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Kosdaq lobby group chief calls for incentives to lure blue-chip firms

Chang Kyeong-ho, chairman of Kosdaq Listed Companies Association speaks at an online press briefing on Tuesday. (KOSDAQCA)
Chang Kyeong-ho, chairman of Kosdaq Listed Companies Association speaks at an online press briefing on Tuesday. (KOSDAQCA)
The new chief of an association representing listed firms on South Korea’s tech-heavy bourse said Tuesday that the second-tier Kosdaq needs various incentives to attract more blue-chip companies and investors and prevent the exit of unicorn companies to bigger markets.

“The Kosdaq market has been regulated stricter than the Kospi market. Regulations such as issuing an ‘investment alert’ to protect investors unintentionally cause the market to be undervalued,” said Kosdaq Listed Companies Association Chairman Chang Kyeong-ho.

“The market needs to have its own identity of growth and innovation. To do so, Kosdaq-listed firms need to become global hidden champions. It is necessary to give benefits on tax deductions such as research and development, oversea patent applications and corporate taxes.”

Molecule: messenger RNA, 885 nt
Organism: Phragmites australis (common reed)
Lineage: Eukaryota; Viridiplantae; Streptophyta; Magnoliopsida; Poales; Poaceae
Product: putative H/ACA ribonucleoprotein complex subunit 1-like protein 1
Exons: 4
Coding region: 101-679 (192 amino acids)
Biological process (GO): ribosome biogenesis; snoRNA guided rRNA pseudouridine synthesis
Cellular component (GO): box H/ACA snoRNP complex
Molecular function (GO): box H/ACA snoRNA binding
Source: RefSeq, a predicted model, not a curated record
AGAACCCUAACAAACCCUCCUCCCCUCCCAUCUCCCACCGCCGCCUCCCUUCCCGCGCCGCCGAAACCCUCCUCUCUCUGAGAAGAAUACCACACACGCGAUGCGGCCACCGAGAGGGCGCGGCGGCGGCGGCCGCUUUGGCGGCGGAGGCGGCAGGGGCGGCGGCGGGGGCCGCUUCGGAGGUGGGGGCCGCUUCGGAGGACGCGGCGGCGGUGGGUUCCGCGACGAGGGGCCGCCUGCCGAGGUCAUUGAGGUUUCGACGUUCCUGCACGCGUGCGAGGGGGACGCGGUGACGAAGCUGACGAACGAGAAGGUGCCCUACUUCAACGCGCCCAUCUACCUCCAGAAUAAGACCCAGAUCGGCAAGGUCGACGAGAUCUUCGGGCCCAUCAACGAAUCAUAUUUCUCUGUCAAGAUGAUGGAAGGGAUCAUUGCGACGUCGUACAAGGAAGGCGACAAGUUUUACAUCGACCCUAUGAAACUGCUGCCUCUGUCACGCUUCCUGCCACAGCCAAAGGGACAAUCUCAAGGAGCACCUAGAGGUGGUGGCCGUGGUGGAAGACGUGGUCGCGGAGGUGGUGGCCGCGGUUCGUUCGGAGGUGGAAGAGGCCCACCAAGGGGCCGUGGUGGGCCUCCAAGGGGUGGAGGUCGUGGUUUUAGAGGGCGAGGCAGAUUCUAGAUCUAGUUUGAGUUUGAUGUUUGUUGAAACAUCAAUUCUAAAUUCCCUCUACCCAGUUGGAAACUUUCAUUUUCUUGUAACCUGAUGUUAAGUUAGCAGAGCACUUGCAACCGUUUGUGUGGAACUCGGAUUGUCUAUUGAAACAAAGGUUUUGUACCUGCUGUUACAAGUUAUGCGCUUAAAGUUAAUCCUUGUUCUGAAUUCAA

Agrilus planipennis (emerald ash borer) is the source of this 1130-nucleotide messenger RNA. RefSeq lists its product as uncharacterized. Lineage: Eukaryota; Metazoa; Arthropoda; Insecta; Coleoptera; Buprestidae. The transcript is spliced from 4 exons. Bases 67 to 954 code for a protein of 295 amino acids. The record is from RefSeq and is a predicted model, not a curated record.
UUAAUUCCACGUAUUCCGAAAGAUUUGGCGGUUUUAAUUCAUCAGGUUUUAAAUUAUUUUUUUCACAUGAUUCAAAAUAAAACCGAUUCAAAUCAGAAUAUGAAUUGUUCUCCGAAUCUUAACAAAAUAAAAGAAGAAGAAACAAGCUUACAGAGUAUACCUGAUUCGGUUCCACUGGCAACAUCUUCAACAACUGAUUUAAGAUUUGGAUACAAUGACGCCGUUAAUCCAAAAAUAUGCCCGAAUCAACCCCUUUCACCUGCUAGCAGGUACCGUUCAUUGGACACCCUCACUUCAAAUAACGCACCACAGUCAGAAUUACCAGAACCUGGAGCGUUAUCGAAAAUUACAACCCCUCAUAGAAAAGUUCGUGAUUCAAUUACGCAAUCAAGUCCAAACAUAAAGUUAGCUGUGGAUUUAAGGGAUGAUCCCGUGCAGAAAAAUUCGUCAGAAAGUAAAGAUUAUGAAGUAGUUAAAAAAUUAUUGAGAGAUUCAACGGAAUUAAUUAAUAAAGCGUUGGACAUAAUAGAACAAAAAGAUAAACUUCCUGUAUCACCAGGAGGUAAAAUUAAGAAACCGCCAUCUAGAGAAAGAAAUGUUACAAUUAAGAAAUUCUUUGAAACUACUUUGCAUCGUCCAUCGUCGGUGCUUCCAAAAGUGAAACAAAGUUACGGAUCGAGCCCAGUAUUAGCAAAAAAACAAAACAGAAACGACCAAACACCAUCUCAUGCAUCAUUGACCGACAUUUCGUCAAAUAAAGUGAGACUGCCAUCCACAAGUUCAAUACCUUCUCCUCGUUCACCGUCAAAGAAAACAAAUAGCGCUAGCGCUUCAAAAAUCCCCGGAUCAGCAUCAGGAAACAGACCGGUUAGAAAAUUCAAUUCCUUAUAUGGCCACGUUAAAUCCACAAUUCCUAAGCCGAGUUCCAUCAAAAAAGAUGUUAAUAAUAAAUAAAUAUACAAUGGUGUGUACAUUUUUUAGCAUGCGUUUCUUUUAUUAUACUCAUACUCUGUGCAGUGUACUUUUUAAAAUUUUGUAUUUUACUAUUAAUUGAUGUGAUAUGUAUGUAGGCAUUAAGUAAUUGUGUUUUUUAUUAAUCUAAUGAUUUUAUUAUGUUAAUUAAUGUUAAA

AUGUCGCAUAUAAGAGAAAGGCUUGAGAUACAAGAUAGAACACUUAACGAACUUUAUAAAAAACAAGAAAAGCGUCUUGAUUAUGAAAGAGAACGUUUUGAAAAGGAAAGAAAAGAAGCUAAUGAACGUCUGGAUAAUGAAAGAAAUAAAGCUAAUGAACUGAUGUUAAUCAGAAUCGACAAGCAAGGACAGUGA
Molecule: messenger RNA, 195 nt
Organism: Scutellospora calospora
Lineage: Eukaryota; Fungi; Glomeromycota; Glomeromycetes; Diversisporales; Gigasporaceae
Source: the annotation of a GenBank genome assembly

Chang, who began his two-year term as the 12th chief of the group on Feb. 24, said making the Kosdaq market a reliable partner for the future and economic growth engine is the primary goal this year.

Although the chairman expressed regret at losing some blue-chip firms such as Kakao and Celltrion from the market, as they decided to transfer to the main board, he believed that Kosdaq-listed companies with new business developments can still leap forward if they receive policy support like Kospi-listed firms.

Chang highlighted that Kosdaq-listed firms have made a great contribution to the country’s economy, logging combined sales worth 241 trillion won ($213.2 billion) -- nearly 12.6 percent of Asia‘s fourth-largest economy’s gross domestic product. While their combined export amount is continuously growing, it marked 74 trillion won, about 11.7 percent of the country’s total exports.

“Many Kosdaq-listed firms already have global competitiveness. They have played major roles in taking the lead in industries such as bio, culture, materials, parts and equipment,” the chief said, vowing to increase the (listed) firms’ technological competitiveness even more by actively supporting environmental, social and governance model developments, as well as merger and acquisition activities.

By Jie Ye-eun (yeeun@heraldcorp.com)
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